CORNWALL will be one of five places in the country to launch a ’Local Nature Recovery Strategy’ – a Government plan to improve and increase the number of wildlife-rich sites across England and help tackle climate change.

While Cornwall will be a pilot for the scheme, eventually, as part of the new Environment Bill, each part of the country will have to establish its own LNRS. This will see a set of maps developed for each county or area, detailing the most valuable existing sites for wildlife, and will lead to 500,000 hectares of wildlife habitat outside of already-protected sites either restored, or created, for example with the creation of wildflower meadows, new woodlands or green spaces.

The project also aims to better link up urban green infrastructure (such as hedgerows, trees, parks, fields and forests) and urban blue infrastructure ( such as rainwater tanks, bioswales, rivers, canals, ponds, wetlands, and floodplains).

DEFRA is investing an initial £1m in the five pilot schemes, and also involved are Buckinghamshire, Northumberland, Greater Manchester, and Cumbria County Council, who will be working to support natural flood management, access to green space, tree planting and peat restoration.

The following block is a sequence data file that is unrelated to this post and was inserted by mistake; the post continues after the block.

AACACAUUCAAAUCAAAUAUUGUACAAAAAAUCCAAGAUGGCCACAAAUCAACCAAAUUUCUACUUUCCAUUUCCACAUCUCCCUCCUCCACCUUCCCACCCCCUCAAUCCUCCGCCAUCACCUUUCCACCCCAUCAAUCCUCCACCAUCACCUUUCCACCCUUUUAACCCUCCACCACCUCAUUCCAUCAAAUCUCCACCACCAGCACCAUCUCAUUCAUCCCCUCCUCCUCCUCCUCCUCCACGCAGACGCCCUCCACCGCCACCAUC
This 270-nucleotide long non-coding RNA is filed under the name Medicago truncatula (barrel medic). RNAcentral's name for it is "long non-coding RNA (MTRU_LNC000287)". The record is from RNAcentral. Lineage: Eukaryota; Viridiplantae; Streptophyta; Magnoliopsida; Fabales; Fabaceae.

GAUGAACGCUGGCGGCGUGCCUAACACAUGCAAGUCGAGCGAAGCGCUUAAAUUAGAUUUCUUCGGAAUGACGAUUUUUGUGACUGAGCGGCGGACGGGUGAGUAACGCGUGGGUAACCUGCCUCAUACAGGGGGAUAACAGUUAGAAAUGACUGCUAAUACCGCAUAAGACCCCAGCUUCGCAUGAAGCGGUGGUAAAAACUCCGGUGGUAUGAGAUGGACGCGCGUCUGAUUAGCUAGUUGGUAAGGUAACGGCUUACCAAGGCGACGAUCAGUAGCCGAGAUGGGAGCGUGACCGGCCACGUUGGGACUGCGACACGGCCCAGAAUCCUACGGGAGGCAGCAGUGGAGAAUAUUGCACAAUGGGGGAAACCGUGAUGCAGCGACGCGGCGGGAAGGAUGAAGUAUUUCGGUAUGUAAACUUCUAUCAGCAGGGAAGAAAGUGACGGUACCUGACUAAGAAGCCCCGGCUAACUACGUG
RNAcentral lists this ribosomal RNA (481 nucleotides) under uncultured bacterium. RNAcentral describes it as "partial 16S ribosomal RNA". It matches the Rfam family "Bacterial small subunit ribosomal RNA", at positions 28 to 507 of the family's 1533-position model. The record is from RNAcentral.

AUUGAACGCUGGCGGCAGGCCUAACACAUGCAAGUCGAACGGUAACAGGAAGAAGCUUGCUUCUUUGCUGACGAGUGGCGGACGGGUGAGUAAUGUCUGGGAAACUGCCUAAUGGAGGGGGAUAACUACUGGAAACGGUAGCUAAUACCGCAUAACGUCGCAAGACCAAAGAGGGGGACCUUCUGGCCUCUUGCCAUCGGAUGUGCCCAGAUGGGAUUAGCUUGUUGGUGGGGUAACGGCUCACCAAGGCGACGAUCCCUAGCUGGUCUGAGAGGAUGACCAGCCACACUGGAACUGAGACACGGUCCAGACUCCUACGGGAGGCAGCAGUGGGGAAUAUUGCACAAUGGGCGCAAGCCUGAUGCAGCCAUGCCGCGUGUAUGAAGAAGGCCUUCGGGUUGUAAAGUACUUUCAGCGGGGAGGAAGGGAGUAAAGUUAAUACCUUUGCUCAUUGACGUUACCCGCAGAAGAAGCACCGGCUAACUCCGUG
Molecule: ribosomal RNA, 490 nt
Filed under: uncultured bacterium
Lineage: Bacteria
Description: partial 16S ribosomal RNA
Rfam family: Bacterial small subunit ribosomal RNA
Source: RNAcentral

Natural England Chair Tony Juniper said: ’If we wish to have rich and abundant wildlife, more carbon captured in trees, soil and hedges, better protection from extreme weather and enough places for people to gain the wellbeing benefits of good quality green spaces, then we must invest in Nature’s recovery, and at scale.

’National ambitions for Nature’s recovery will need to support local action and today is a significant milestone in doing just this. We look forward to working with our partners in these five areas to create bigger, better and more connected natural places to halt and then reverse the decline in our environment.’

Cornwall is already leading the way, said Natural England area manager Wesley Smyth, having introduced the concept of biodiversity Net Gain, and by initiating a land use planning approach to meeting the challenges of climate change.

Edwina Hannaford, Cornwall Council’s portfolio holder for climate change and neighbourhoods, said: ’Cornwall’s designation as a Local Nature Recovery Strategy area means we can build on our strong track record of working together with communities to help nature and tackle the climate emergency, as seen in our ambitious Forest for Cornwall programme and our award-winning Making Space for Nature project.

’It will enable us to strengthen local partnerships as we continue our work in restoring nature, reducing carbon emissions and protecting and improving the environment for our residents.’

Environment Minister Rebecca Pow said: ’Coronavirus is shining a light on the importance of our natural world, and the positive impact nature can have on our health and well-being.

’These first pilots will be a key part of our green recovery and help kick-start the creation of over a million acres of joined up habitats that people can enjoy across the country.’